Patti LuPone is no stranger to expressing herself, and we need that honesty now more than ever. The two-time Tony Award winning actress spoke with Awards Daily about her role in the new Netflix series Hollywood where she plays Avis, the heir to the studio who isn’t afraid to shake things up and greenlight stories centering minorities in front of and behind the camera – something Hollywood is still afraid to do 70 years later.
In our conversation with the Broadway legend, she makes clear parallels between the world of her new period drama and the state of our current entertainment industry. It’s an American system she sees as more obsessed with numbers and data that drive endlessly bland Bond reboots and Batman remakes instead of trusting the audience and putting the story first.
The role has become one of Patti LuPone’s most high-profile television performances in years and marks a new era of collaborations between her and executive producer Ryan Murphy. LuPone goes into detail on why she keeps coming back to work with the super producer and if she thinks they will continue to work together in the future.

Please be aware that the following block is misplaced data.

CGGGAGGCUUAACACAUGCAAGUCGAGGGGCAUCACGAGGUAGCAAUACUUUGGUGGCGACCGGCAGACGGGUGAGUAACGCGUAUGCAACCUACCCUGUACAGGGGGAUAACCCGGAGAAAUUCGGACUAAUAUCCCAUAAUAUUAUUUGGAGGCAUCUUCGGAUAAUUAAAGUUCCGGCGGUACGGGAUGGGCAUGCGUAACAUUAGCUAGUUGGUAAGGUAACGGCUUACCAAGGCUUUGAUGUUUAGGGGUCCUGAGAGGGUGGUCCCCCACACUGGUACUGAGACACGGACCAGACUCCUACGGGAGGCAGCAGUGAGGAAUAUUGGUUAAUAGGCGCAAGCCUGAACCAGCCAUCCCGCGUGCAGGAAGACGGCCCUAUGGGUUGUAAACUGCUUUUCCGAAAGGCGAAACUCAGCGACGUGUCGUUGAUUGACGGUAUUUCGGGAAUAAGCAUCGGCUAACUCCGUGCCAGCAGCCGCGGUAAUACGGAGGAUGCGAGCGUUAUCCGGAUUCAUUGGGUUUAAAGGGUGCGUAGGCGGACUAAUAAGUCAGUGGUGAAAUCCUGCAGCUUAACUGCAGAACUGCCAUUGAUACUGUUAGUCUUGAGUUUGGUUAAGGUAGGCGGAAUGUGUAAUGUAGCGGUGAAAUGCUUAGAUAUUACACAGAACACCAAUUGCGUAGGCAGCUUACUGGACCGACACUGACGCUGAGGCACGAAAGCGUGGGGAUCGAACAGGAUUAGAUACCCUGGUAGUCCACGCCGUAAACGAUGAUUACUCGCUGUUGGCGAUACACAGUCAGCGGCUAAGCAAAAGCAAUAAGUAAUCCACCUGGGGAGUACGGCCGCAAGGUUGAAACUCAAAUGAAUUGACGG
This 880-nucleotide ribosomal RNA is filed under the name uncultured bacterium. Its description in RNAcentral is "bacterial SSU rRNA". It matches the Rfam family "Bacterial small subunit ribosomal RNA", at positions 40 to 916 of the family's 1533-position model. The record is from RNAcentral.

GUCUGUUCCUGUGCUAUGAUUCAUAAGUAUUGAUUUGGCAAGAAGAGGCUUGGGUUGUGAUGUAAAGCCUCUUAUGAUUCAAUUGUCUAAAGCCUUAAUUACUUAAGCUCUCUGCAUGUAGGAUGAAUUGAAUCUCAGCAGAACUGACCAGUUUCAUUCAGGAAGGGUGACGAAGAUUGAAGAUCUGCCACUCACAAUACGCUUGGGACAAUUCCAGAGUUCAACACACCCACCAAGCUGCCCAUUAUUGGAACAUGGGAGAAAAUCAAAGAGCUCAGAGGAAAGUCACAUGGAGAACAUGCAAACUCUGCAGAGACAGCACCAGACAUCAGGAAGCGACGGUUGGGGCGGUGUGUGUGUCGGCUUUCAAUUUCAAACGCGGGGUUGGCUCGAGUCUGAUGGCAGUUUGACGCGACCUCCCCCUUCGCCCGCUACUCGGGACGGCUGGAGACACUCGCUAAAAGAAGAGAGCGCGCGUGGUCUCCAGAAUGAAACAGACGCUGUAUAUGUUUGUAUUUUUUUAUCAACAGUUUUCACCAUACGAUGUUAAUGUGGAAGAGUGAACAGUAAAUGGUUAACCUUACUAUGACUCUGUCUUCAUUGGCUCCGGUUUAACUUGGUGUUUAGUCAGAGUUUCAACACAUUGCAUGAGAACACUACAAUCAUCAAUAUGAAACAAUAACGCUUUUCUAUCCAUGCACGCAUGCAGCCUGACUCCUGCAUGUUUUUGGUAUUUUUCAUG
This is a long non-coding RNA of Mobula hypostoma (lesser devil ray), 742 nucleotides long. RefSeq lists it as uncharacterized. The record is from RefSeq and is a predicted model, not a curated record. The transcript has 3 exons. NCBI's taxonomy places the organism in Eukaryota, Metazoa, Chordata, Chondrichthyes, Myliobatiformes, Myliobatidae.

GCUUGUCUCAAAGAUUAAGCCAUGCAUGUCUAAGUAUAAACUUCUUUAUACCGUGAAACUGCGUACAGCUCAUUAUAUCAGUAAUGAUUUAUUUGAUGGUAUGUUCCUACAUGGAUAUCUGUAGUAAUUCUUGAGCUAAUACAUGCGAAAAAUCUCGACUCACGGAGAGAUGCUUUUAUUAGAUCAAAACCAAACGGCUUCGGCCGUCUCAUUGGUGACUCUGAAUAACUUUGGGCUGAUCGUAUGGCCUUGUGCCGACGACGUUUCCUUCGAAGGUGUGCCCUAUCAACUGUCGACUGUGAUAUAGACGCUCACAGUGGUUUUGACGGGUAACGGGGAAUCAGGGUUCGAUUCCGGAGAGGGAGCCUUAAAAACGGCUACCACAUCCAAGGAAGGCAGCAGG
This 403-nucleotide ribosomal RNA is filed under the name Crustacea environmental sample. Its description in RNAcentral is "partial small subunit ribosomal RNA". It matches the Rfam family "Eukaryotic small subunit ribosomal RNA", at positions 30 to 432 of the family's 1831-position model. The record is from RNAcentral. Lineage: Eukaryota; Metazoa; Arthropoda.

Awards Daily: You have worked with Ryan Murphy multiple times over the past year, first with Pose and now with Hollywood. What keeps you coming back?
Patti LuPone: Because he asks me. When someone offers me a role I’m not likely to turn it down, but when Ryan offers me a role, I know I’m going to have a very interesting experience with whatever it is. I am so glad I said yes to this.
AD: Was there anything about Avis Amberg that particularly attracted you to the role?
PLP: Initially he said the role was very loosely based on Irene Selznick who was Louis B. Mayer’s daughter and married to David O. Selznick. So, this was a woman who was at the forefront of the very beginning of Hollywood. When Ryan first pitched Avis to me, her trajectory in the film just seemed incredible. He described her as a woman married to the studio head, inherits the studio, and only makes movies for gays, minorities, and women. I knew it was a fantastic part. Ryan consistently throws the spotlight on underrepresented minorities, and I love that about him.
AD: What was the research process like? Are you a fan of the Golden Age of Hollywood?
PLP: I read Irene Selznick’s autobiography A Private View. It’s an extraordinary book. Her time in Boston and New York are OK, but then she gets to Hollywood and her life becomes exciting.